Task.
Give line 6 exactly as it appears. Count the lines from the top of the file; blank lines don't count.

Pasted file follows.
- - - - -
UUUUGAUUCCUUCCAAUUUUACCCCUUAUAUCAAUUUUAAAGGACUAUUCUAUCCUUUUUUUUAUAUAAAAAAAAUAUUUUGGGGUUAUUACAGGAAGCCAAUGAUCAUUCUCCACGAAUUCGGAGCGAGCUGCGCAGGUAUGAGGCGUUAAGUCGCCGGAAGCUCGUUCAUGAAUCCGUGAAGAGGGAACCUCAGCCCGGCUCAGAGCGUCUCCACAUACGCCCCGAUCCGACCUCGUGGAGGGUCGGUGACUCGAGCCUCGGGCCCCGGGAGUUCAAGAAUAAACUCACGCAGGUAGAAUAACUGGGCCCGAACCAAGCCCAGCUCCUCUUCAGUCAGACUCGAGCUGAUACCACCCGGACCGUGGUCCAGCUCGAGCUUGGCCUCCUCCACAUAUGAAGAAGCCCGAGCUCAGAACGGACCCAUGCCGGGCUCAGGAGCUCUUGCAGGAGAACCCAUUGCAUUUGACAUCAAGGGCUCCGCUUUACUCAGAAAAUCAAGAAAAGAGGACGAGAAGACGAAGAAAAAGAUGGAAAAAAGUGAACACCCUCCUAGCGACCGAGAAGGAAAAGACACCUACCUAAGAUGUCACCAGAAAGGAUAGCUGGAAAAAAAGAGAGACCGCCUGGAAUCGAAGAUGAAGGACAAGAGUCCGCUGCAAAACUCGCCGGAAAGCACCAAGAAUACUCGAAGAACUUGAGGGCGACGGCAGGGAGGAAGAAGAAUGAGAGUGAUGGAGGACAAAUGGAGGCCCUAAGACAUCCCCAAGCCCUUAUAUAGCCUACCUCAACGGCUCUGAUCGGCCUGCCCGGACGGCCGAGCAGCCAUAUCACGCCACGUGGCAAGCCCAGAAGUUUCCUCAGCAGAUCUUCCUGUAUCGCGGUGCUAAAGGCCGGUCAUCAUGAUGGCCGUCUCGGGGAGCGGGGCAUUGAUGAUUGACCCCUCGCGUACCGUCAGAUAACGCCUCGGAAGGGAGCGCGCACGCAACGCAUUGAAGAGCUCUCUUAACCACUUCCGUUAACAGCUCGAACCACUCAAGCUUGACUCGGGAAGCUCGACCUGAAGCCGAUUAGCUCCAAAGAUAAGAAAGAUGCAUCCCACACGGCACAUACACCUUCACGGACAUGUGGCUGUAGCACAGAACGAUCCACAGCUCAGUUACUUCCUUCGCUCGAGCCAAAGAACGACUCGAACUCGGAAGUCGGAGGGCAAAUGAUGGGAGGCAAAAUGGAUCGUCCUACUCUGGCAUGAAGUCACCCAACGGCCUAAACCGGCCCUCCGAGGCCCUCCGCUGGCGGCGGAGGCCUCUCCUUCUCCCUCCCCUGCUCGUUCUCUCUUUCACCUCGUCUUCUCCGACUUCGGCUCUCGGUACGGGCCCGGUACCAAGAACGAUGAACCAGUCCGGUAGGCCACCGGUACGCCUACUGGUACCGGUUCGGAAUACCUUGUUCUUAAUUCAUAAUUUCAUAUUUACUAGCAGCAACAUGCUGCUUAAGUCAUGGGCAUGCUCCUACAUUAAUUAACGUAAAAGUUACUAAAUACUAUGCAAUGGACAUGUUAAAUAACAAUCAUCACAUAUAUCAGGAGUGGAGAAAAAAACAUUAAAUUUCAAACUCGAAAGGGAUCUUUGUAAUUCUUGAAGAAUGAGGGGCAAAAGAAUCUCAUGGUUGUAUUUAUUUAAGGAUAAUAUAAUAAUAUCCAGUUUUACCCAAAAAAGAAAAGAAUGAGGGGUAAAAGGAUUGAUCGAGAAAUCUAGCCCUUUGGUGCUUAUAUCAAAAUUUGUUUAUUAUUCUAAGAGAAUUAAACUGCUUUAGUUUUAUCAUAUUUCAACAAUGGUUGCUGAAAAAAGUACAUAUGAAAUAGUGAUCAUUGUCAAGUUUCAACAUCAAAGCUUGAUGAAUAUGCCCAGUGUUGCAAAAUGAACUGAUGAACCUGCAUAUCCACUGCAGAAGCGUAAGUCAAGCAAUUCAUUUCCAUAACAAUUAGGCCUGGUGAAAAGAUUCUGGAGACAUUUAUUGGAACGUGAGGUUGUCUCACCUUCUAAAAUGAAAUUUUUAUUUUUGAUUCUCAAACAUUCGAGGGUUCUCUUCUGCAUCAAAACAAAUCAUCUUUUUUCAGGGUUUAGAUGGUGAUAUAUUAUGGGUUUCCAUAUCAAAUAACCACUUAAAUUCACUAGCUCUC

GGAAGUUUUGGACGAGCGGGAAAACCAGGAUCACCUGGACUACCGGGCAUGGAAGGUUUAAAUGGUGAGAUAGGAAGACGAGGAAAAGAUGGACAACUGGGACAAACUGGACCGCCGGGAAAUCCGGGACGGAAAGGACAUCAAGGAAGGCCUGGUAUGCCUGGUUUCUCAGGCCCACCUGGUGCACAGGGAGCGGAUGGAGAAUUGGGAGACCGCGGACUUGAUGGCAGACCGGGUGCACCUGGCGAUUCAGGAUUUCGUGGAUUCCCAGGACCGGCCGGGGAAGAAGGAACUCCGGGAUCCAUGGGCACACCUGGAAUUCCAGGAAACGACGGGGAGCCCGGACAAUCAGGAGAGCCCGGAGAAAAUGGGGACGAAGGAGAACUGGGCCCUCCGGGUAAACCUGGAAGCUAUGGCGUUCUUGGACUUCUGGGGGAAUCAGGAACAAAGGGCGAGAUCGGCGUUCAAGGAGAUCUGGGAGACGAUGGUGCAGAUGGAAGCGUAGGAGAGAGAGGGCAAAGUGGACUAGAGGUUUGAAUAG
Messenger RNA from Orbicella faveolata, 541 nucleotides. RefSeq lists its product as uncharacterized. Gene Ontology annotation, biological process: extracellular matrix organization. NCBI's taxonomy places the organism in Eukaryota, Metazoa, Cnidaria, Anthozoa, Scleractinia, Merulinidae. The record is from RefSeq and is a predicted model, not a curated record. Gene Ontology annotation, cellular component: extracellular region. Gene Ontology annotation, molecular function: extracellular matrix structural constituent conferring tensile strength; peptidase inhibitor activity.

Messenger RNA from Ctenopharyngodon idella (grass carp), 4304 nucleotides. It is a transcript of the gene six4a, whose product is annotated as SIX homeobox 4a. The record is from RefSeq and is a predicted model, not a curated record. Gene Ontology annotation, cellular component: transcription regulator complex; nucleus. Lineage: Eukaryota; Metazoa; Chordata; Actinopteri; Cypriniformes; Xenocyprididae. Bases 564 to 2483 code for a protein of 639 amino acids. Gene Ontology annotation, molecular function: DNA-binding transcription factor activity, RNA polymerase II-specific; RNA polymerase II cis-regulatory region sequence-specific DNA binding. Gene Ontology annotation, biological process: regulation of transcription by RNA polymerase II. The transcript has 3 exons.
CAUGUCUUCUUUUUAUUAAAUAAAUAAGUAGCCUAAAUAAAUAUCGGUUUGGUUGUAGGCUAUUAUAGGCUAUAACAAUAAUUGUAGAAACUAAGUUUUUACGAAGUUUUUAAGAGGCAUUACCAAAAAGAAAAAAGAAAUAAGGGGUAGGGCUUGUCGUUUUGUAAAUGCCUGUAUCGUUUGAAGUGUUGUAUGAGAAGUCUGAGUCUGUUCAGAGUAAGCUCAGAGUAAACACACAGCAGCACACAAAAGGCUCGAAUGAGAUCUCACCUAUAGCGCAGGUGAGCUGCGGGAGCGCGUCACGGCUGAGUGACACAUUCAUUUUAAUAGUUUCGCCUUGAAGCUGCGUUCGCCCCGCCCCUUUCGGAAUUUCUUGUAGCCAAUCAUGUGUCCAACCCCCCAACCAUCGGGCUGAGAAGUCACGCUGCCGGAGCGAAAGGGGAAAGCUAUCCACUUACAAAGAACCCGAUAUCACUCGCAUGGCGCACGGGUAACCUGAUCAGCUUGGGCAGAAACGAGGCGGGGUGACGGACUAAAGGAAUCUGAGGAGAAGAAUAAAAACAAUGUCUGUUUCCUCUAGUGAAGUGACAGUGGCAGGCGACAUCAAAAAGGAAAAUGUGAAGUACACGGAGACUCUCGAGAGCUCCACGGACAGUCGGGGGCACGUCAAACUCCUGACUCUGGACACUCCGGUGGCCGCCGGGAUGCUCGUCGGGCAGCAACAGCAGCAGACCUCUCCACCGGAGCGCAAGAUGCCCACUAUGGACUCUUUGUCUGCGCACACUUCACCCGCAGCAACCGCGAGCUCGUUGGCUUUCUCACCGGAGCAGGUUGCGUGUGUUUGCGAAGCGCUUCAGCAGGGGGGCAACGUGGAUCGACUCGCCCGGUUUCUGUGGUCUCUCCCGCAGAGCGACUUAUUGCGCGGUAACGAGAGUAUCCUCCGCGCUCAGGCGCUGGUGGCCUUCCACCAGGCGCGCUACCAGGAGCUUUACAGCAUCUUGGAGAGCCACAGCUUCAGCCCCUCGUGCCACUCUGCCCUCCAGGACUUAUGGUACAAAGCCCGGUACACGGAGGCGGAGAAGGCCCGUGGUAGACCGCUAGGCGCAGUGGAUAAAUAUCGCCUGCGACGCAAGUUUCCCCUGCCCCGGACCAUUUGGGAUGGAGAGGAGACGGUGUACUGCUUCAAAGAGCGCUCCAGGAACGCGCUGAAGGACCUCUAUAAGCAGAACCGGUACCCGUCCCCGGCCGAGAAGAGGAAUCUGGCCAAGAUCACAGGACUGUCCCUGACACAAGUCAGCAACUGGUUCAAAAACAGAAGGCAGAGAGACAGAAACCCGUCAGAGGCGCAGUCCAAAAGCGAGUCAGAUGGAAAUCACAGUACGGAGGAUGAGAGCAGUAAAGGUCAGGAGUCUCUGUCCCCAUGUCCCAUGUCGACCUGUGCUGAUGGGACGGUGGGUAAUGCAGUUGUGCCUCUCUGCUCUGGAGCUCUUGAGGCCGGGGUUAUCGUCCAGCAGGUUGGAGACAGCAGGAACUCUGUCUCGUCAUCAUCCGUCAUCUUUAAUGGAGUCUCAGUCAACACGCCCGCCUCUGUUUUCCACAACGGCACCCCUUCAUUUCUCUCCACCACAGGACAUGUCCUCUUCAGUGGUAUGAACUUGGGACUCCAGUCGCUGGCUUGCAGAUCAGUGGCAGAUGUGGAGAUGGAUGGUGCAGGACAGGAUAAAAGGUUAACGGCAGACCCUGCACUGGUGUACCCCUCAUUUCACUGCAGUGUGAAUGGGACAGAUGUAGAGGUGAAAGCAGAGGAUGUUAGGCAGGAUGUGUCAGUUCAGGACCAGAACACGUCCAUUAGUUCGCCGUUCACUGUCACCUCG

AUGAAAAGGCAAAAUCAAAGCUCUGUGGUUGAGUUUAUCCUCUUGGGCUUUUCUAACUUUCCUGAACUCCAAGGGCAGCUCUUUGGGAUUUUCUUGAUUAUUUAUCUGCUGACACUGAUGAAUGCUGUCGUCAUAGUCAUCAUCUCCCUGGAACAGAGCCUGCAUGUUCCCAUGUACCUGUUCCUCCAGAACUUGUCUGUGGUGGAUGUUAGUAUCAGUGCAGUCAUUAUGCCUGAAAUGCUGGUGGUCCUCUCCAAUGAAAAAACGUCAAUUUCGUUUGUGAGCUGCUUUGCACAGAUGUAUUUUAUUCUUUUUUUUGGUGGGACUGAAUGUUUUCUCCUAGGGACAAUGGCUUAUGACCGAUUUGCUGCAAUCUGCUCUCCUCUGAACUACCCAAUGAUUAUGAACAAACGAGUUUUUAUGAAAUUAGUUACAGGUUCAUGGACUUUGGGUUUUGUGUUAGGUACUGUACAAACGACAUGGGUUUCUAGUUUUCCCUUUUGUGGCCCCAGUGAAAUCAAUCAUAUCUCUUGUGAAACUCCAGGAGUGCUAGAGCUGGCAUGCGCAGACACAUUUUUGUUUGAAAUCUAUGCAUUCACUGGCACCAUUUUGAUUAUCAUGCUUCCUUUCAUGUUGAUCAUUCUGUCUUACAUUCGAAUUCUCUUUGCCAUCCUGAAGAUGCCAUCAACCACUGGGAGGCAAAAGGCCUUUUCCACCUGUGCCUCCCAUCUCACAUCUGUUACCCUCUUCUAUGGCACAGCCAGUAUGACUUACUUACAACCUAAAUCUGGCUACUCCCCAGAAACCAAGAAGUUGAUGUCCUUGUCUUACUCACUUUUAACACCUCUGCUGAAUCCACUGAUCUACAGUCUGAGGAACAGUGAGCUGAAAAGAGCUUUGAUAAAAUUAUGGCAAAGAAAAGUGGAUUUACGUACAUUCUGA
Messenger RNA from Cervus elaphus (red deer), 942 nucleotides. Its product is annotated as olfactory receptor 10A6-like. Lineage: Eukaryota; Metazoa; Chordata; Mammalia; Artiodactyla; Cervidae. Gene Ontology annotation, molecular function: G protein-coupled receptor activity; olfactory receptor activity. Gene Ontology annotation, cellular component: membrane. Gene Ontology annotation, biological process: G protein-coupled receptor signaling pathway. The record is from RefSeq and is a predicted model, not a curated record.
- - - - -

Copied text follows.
AUGAAAAGGCAAAAUCAAAGCUCUGUGGUUGAGUUUAUCCUCUUGGGCUUUUCUAACUUUCCUGAACUCCAAGGGCAGCUCUUUGGGAUUUUCUUGAUUAUUUAUCUGCUGACACUGAUGAAUGCUGUCGUCAUAGUCAUCAUCUCCCUGGAACAGAGCCUGCAUGUUCCCAUGUACCUGUUCCUCCAGAACUUGUCUGUGGUGGAUGUUAGUAUCAGUGCAGUCAUUAUGCCUGAAAUGCUGGUGGUCCUCUCCAAUGAAAAAACGUCAAUUUCGUUUGUGAGCUGCUUUGCACAGAUGUAUUUUAUUCUUUUUUUUGGUGGGACUGAAUGUUUUCUCCUAGGGACAAUGGCUUAUGACCGAUUUGCUGCAAUCUGCUCUCCUCUGAACUACCCAAUGAUUAUGAACAAACGAGUUUUUAUGAAAUUAGUUACAGGUUCAUGGACUUUGGGUUUUGUGUUAGGUACUGUACAAACGACAUGGGUUUCUAGUUUUCCCUUUUGUGGCCCCAGUGAAAUCAAUCAUAUCUCUUGUGAAACUCCAGGAGUGCUAGAGCUGGCAUGCGCAGACACAUUUUUGUUUGAAAUCUAUGCAUUCACUGGCACCAUUUUGAUUAUCAUGCUUCCUUUCAUGUUGAUCAUUCUGUCUUACAUUCGAAUUCUCUUUGCCAUCCUGAAGAUGCCAUCAACCACUGGGAGGCAAAAGGCCUUUUCCACCUGUGCCUCCCAUCUCACAUCUGUUACCCUCUUCUAUGGCACAGCCAGUAUGACUUACUUACAACCUAAAUCUGGCUACUCCCCAGAAACCAAGAAGUUGAUGUCCUUGUCUUACUCACUUUUAACACCUCUGCUGAAUCCACUGAUCUACAGUCUGAGGAACAGUGAGCUGAAAAGAGCUUUGAUAAAAUUAUGGCAAAGAAAAGUGGAUUUACGUACAUUCUGA